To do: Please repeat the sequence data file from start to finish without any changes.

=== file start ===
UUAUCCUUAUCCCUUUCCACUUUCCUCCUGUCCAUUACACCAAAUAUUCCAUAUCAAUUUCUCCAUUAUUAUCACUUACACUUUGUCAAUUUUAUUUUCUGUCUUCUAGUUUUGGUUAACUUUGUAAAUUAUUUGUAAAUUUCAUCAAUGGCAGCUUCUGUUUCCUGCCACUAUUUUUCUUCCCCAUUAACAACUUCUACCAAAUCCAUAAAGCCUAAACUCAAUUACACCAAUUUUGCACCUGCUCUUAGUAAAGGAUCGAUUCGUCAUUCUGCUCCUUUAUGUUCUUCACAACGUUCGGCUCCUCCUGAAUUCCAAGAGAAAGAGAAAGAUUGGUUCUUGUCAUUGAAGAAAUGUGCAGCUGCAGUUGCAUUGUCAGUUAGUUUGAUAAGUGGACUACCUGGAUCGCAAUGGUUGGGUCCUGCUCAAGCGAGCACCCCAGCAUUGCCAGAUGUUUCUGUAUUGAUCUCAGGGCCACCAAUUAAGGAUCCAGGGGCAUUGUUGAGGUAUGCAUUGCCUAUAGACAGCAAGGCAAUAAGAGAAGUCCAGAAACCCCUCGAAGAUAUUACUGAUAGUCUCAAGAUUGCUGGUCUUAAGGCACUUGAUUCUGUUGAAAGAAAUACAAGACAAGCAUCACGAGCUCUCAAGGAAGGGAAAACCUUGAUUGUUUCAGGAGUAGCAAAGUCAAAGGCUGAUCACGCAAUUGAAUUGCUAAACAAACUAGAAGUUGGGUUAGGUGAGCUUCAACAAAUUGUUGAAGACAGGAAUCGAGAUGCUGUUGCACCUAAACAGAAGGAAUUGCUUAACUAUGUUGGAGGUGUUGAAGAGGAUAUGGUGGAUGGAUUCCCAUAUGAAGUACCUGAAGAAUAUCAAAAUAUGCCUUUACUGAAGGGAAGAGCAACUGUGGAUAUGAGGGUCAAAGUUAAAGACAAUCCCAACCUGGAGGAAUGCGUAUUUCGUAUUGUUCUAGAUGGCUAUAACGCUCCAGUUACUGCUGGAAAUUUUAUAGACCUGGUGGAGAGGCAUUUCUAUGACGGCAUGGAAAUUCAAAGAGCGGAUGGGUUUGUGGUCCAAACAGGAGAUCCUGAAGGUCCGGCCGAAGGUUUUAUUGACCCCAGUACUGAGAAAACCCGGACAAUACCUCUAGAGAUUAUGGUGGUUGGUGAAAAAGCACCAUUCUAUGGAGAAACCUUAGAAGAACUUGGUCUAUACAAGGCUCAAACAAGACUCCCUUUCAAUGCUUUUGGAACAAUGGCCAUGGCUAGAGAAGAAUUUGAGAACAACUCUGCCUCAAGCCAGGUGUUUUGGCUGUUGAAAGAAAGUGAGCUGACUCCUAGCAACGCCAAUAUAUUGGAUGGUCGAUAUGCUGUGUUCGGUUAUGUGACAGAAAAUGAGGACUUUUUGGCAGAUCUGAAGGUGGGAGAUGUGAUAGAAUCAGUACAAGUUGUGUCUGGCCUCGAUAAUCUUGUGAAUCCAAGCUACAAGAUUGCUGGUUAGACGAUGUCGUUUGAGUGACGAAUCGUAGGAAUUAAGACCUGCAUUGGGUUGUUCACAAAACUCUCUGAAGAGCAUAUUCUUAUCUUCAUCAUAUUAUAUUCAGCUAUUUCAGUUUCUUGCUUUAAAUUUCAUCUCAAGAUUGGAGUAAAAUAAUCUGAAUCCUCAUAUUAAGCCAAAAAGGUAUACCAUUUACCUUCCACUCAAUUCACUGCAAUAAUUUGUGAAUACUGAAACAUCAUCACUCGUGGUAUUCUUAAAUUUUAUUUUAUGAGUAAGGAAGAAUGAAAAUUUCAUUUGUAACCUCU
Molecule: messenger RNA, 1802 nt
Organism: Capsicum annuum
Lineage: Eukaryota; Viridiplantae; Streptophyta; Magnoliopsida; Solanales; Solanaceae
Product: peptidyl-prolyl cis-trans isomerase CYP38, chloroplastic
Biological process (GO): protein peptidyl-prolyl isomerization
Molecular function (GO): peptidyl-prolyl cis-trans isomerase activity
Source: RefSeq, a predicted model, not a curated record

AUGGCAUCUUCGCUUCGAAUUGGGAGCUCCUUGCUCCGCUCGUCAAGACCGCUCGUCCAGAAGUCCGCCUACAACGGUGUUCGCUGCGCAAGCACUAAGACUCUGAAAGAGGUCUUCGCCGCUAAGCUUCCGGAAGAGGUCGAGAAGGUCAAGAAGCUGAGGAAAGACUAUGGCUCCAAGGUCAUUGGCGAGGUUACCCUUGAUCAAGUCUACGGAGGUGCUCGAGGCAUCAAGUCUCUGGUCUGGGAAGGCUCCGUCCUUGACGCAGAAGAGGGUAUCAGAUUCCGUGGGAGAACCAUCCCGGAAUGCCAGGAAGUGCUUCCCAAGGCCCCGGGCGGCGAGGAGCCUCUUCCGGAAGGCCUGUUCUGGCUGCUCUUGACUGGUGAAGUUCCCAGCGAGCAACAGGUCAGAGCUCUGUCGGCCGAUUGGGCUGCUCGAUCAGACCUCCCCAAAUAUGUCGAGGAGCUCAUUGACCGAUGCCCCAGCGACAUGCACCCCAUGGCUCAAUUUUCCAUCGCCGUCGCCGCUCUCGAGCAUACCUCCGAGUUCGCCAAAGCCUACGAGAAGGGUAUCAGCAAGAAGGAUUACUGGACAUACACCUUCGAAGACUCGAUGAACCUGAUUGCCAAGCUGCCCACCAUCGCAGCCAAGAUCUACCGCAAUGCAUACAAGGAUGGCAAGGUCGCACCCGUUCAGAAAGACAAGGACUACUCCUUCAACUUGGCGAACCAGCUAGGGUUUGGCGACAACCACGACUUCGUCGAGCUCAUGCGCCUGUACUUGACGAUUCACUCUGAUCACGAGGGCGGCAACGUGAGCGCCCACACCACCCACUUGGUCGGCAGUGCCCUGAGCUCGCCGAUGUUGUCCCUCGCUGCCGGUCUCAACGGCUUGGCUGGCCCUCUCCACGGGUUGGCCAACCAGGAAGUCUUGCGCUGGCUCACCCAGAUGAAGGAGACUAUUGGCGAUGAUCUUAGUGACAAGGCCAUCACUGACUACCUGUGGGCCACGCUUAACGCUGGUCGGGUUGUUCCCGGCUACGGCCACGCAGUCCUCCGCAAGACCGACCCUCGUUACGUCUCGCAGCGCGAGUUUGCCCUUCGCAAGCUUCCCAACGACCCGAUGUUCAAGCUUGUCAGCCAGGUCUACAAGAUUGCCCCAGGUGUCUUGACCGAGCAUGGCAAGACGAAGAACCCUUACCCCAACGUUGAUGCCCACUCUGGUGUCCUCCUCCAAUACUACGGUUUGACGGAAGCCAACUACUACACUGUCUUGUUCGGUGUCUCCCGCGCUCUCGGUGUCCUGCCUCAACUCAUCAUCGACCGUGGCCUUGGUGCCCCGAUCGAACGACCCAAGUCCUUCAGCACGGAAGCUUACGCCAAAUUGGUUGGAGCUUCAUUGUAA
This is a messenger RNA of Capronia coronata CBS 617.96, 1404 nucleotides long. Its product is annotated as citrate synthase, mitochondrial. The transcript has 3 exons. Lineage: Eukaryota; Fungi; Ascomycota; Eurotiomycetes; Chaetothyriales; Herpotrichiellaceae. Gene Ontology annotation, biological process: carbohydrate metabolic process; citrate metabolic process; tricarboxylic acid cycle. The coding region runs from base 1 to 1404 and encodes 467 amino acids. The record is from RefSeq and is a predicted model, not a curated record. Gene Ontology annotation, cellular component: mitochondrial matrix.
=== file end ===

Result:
UUAUCCUUAUCCCUUUCCACUUUCCUCCUGUCCAUUACACCAAAUAUUCCAUAUCAAUUUCUCCAUUAUUAUCACUUACACUUUGUCAAUUUUAUUUUCUGUCUUCUAGUUUUGGUUAACUUUGUAAAUUAUUUGUAAAUUUCAUCAAUGGCAGCUUCUGUUUCCUGCCACUAUUUUUCUUCCCCAUUAACAACUUCUACCAAAUCCAUAAAGCCUAAACUCAAUUACACCAAUUUUGCACCUGCUCUUAGUAAAGGAUCGAUUCGUCAUUCUGCUCCUUUAUGUUCUUCACAACGUUCGGCUCCUCCUGAAUUCCAAGAGAAAGAGAAAGAUUGGUUCUUGUCAUUGAAGAAAUGUGCAGCUGCAGUUGCAUUGUCAGUUAGUUUGAUAAGUGGACUACCUGGAUCGCAAUGGUUGGGUCCUGCUCAAGCGAGCACCCCAGCAUUGCCAGAUGUUUCUGUAUUGAUCUCAGGGCCACCAAUUAAGGAUCCAGGGGCAUUGUUGAGGUAUGCAUUGCCUAUAGACAGCAAGGCAAUAAGAGAAGUCCAGAAACCCCUCGAAGAUAUUACUGAUAGUCUCAAGAUUGCUGGUCUUAAGGCACUUGAUUCUGUUGAAAGAAAUACAAGACAAGCAUCACGAGCUCUCAAGGAAGGGAAAACCUUGAUUGUUUCAGGAGUAGCAAAGUCAAAGGCUGAUCACGCAAUUGAAUUGCUAAACAAACUAGAAGUUGGGUUAGGUGAGCUUCAACAAAUUGUUGAAGACAGGAAUCGAGAUGCUGUUGCACCUAAACAGAAGGAAUUGCUUAACUAUGUUGGAGGUGUUGAAGAGGAUAUGGUGGAUGGAUUCCCAUAUGAAGUACCUGAAGAAUAUCAAAAUAUGCCUUUACUGAAGGGAAGAGCAACUGUGGAUAUGAGGGUCAAAGUUAAAGACAAUCCCAACCUGGAGGAAUGCGUAUUUCGUAUUGUUCUAGAUGGCUAUAACGCUCCAGUUACUGCUGGAAAUUUUAUAGACCUGGUGGAGAGGCAUUUCUAUGACGGCAUGGAAAUUCAAAGAGCGGAUGGGUUUGUGGUCCAAACAGGAGAUCCUGAAGGUCCGGCCGAAGGUUUUAUUGACCCCAGUACUGAGAAAACCCGGACAAUACCUCUAGAGAUUAUGGUGGUUGGUGAAAAAGCACCAUUCUAUGGAGAAACCUUAGAAGAACUUGGUCUAUACAAGGCUCAAACAAGACUCCCUUUCAAUGCUUUUGGAACAAUGGCCAUGGCUAGAGAAGAAUUUGAGAACAACUCUGCCUCAAGCCAGGUGUUUUGGCUGUUGAAAGAAAGUGAGCUGACUCCUAGCAACGCCAAUAUAUUGGAUGGUCGAUAUGCUGUGUUCGGUUAUGUGACAGAAAAUGAGGACUUUUUGGCAGAUCUGAAGGUGGGAGAUGUGAUAGAAUCAGUACAAGUUGUGUCUGGCCUCGAUAAUCUUGUGAAUCCAAGCUACAAGAUUGCUGGUUAGACGAUGUCGUUUGAGUGACGAAUCGUAGGAAUUAAGACCUGCAUUGGGUUGUUCACAAAACUCUCUGAAGAGCAUAUUCUUAUCUUCAUCAUAUUAUAUUCAGCUAUUUCAGUUUCUUGCUUUAAAUUUCAUCUCAAGAUUGGAGUAAAAUAAUCUGAAUCCUCAUAUUAAGCCAAAAAGGUAUACCAUUUACCUUCCACUCAAUUCACUGCAAUAAUUUGUGAAUACUGAAACAUCAUCACUCGUGGUAUUCUUAAAUUUUAUUUUAUGAGUAAGGAAGAAUGAAAAUUUCAUUUGUAACCUCU
Molecule: messenger RNA, 1802 nt
Organism: Capsicum annuum
Lineage: Eukaryota; Viridiplantae; Streptophyta; Magnoliopsida; Solanales; Solanaceae
Product: peptidyl-prolyl cis-trans isomerase CYP38, chloroplastic
Biological process (GO): protein peptidyl-prolyl isomerization
Molecular function (GO): peptidyl-prolyl cis-trans isomerase activity
Source: RefSeq, a predicted model, not a curated record

AUGGCAUCUUCGCUUCGAAUUGGGAGCUCCUUGCUCCGCUCGUCAAGACCGCUCGUCCAGAAGUCCGCCUACAACGGUGUUCGCUGCGCAAGCACUAAGACUCUGAAAGAGGUCUUCGCCGCUAAGCUUCCGGAAGAGGUCGAGAAGGUCAAGAAGCUGAGGAAAGACUAUGGCUCCAAGGUCAUUGGCGAGGUUACCCUUGAUCAAGUCUACGGAGGUGCUCGAGGCAUCAAGUCUCUGGUCUGGGAAGGCUCCGUCCUUGACGCAGAAGAGGGUAUCAGAUUCCGUGGGAGAACCAUCCCGGAAUGCCAGGAAGUGCUUCCCAAGGCCCCGGGCGGCGAGGAGCCUCUUCCGGAAGGCCUGUUCUGGCUGCUCUUGACUGGUGAAGUUCCCAGCGAGCAACAGGUCAGAGCUCUGUCGGCCGAUUGGGCUGCUCGAUCAGACCUCCCCAAAUAUGUCGAGGAGCUCAUUGACCGAUGCCCCAGCGACAUGCACCCCAUGGCUCAAUUUUCCAUCGCCGUCGCCGCUCUCGAGCAUACCUCCGAGUUCGCCAAAGCCUACGAGAAGGGUAUCAGCAAGAAGGAUUACUGGACAUACACCUUCGAAGACUCGAUGAACCUGAUUGCCAAGCUGCCCACCAUCGCAGCCAAGAUCUACCGCAAUGCAUACAAGGAUGGCAAGGUCGCACCCGUUCAGAAAGACAAGGACUACUCCUUCAACUUGGCGAACCAGCUAGGGUUUGGCGACAACCACGACUUCGUCGAGCUCAUGCGCCUGUACUUGACGAUUCACUCUGAUCACGAGGGCGGCAACGUGAGCGCCCACACCACCCACUUGGUCGGCAGUGCCCUGAGCUCGCCGAUGUUGUCCCUCGCUGCCGGUCUCAACGGCUUGGCUGGCCCUCUCCACGGGUUGGCCAACCAGGAAGUCUUGCGCUGGCUCACCCAGAUGAAGGAGACUAUUGGCGAUGAUCUUAGUGACAAGGCCAUCACUGACUACCUGUGGGCCACGCUUAACGCUGGUCGGGUUGUUCCCGGCUACGGCCACGCAGUCCUCCGCAAGACCGACCCUCGUUACGUCUCGCAGCGCGAGUUUGCCCUUCGCAAGCUUCCCAACGACCCGAUGUUCAAGCUUGUCAGCCAGGUCUACAAGAUUGCCCCAGGUGUCUUGACCGAGCAUGGCAAGACGAAGAACCCUUACCCCAACGUUGAUGCCCACUCUGGUGUCCUCCUCCAAUACUACGGUUUGACGGAAGCCAACUACUACACUGUCUUGUUCGGUGUCUCCCGCGCUCUCGGUGUCCUGCCUCAACUCAUCAUCGACCGUGGCCUUGGUGCCCCGAUCGAACGACCCAAGUCCUUCAGCACGGAAGCUUACGCCAAAUUGGUUGGAGCUUCAUUGUAA
This is a messenger RNA of Capronia coronata CBS 617.96, 1404 nucleotides long. Its product is annotated as citrate synthase, mitochondrial. The transcript has 3 exons. Lineage: Eukaryota; Fungi; Ascomycota; Eurotiomycetes; Chaetothyriales; Herpotrichiellaceae. Gene Ontology annotation, biological process: carbohydrate metabolic process; citrate metabolic process; tricarboxylic acid cycle. The coding region runs from base 1 to 1404 and encodes 467 amino acids. The record is from RefSeq and is a predicted model, not a curated record. Gene Ontology annotation, cellular component: mitochondrial matrix.